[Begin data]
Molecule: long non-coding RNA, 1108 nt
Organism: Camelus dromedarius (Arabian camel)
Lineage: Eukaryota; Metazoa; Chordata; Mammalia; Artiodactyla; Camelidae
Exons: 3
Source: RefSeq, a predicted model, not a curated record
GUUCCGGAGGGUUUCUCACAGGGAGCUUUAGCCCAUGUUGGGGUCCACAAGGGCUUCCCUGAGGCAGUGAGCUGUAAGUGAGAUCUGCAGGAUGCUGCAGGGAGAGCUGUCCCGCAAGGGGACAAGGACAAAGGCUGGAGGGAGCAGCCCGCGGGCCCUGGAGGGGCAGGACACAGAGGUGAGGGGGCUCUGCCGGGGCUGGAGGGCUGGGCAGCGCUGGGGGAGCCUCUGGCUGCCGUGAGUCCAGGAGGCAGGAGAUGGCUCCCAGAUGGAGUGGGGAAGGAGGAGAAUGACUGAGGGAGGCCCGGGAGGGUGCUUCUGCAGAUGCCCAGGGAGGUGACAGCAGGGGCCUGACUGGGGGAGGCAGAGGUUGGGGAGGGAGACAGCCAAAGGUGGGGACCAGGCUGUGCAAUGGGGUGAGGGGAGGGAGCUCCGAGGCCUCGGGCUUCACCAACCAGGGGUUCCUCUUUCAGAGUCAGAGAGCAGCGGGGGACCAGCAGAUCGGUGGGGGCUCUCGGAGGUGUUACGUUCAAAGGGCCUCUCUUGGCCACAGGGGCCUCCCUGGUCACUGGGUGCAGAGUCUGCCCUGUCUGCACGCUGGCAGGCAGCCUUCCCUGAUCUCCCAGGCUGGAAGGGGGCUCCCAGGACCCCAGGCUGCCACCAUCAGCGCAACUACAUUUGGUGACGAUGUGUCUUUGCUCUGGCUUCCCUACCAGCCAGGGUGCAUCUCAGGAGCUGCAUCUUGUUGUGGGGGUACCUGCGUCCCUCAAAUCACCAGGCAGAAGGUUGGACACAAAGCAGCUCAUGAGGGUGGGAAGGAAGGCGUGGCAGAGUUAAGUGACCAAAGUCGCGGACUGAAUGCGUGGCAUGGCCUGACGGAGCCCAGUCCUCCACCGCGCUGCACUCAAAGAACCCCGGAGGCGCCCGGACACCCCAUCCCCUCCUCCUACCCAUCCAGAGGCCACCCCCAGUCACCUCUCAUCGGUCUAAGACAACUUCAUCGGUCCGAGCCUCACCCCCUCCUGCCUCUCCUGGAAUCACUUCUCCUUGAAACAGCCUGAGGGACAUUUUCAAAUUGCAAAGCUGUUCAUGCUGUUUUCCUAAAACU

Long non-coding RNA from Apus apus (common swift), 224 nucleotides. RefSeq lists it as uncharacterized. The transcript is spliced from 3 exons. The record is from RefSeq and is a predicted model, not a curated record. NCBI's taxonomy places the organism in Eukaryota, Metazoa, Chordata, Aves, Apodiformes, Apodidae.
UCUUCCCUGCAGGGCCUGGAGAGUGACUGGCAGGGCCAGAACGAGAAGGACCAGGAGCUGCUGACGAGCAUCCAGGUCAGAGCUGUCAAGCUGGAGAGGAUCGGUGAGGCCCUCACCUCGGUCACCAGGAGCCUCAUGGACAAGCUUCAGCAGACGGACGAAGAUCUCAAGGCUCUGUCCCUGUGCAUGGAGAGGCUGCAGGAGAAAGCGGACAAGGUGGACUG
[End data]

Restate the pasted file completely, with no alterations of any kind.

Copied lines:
Molecule: long non-coding RNA, 1108 nt
Organism: Camelus dromedarius (Arabian camel)
Lineage: Eukaryota; Metazoa; Chordata; Mammalia; Artiodactyla; Camelidae
Exons: 3
Source: RefSeq, a predicted model, not a curated record
GUUCCGGAGGGUUUCUCACAGGGAGCUUUAGCCCAUGUUGGGGUCCACAAGGGCUUCCCUGAGGCAGUGAGCUGUAAGUGAGAUCUGCAGGAUGCUGCAGGGAGAGCUGUCCCGCAAGGGGACAAGGACAAAGGCUGGAGGGAGCAGCCCGCGGGCCCUGGAGGGGCAGGACACAGAGGUGAGGGGGCUCUGCCGGGGCUGGAGGGCUGGGCAGCGCUGGGGGAGCCUCUGGCUGCCGUGAGUCCAGGAGGCAGGAGAUGGCUCCCAGAUGGAGUGGGGAAGGAGGAGAAUGACUGAGGGAGGCCCGGGAGGGUGCUUCUGCAGAUGCCCAGGGAGGUGACAGCAGGGGCCUGACUGGGGGAGGCAGAGGUUGGGGAGGGAGACAGCCAAAGGUGGGGACCAGGCUGUGCAAUGGGGUGAGGGGAGGGAGCUCCGAGGCCUCGGGCUUCACCAACCAGGGGUUCCUCUUUCAGAGUCAGAGAGCAGCGGGGGACCAGCAGAUCGGUGGGGGCUCUCGGAGGUGUUACGUUCAAAGGGCCUCUCUUGGCCACAGGGGCCUCCCUGGUCACUGGGUGCAGAGUCUGCCCUGUCUGCACGCUGGCAGGCAGCCUUCCCUGAUCUCCCAGGCUGGAAGGGGGCUCCCAGGACCCCAGGCUGCCACCAUCAGCGCAACUACAUUUGGUGACGAUGUGUCUUUGCUCUGGCUUCCCUACCAGCCAGGGUGCAUCUCAGGAGCUGCAUCUUGUUGUGGGGGUACCUGCGUCCCUCAAAUCACCAGGCAGAAGGUUGGACACAAAGCAGCUCAUGAGGGUGGGAAGGAAGGCGUGGCAGAGUUAAGUGACCAAAGUCGCGGACUGAAUGCGUGGCAUGGCCUGACGGAGCCCAGUCCUCCACCGCGCUGCACUCAAAGAACCCCGGAGGCGCCCGGACACCCCAUCCCCUCCUCCUACCCAUCCAGAGGCCACCCCCAGUCACCUCUCAUCGGUCUAAGACAACUUCAUCGGUCCGAGCCUCACCCCCUCCUGCCUCUCCUGGAAUCACUUCUCCUUGAAACAGCCUGAGGGACAUUUUCAAAUUGCAAAGCUGUUCAUGCUGUUUUCCUAAAACU

Long non-coding RNA from Apus apus (common swift), 224 nucleotides. RefSeq lists it as uncharacterized. The transcript is spliced from 3 exons. The record is from RefSeq and is a predicted model, not a curated record. NCBI's taxonomy places the organism in Eukaryota, Metazoa, Chordata, Aves, Apodiformes, Apodidae.
UCUUCCCUGCAGGGCCUGGAGAGUGACUGGCAGGGCCAGAACGAGAAGGACCAGGAGCUGCUGACGAGCAUCCAGGUCAGAGCUGUCAAGCUGGAGAGGAUCGGUGAGGCCCUCACCUCGGUCACCAGGAGCCUCAUGGACAAGCUUCAGCAGACGGACGAAGAUCUCAAGGCUCUGUCCCUGUGCAUGGAGAGGCUGCAGGAGAAAGCGGACAAGGUGGACUG